On Bainbridge Island, Wash., Bob Manlowe and his sister, Laury Bryant, decided to build separate vacation homes on a 1-acre property that had been in their family for decades. The siblings tore down two existing structures—a run-down log cabin built in the early 1900s and a small house where their grandparents had summered—and hired Seattle architect Matthew Coates to design one house on the Puget Sound and one house a little up the hill, offset so as not to obstruct each other’s views. The siblings declined to disclose construction costs, but similar houses would cost about $4 million combined to build, contractors estimate.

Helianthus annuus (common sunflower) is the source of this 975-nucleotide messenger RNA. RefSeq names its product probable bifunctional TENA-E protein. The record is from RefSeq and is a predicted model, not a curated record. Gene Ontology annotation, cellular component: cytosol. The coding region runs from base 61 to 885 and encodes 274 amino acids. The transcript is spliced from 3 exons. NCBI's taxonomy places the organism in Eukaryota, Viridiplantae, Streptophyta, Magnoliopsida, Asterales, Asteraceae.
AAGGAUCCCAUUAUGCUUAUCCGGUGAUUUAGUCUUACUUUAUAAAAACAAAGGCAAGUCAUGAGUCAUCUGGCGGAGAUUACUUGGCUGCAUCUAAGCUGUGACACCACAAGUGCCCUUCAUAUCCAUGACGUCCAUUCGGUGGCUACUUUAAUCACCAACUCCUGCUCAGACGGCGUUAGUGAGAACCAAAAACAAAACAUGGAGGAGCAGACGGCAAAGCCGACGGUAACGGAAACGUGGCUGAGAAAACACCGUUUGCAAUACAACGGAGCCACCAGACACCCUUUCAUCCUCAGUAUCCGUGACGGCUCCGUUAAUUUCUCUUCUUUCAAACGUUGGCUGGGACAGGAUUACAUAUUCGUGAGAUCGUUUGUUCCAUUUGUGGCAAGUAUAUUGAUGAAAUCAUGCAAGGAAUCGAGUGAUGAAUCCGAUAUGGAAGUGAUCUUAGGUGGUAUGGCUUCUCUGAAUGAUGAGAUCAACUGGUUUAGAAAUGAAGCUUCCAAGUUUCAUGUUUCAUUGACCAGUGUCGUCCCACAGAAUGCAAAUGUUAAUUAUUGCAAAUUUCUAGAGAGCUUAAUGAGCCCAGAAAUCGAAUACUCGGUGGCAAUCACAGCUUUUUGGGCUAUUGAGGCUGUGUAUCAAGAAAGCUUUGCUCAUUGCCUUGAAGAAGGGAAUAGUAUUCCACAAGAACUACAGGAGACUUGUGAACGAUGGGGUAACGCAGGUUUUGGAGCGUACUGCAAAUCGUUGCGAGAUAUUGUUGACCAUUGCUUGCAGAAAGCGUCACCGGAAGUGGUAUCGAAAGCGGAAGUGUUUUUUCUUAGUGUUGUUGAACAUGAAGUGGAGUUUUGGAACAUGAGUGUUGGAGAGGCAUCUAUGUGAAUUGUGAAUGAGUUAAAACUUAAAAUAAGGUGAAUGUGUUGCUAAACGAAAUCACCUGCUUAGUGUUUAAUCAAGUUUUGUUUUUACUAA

Full article found at:
“Why Some Siblings Become Neighbors,” Wall Street Journal, November 2017. https://www.wsj.com/articles/why-some-siblings-become-neighbors-1510843703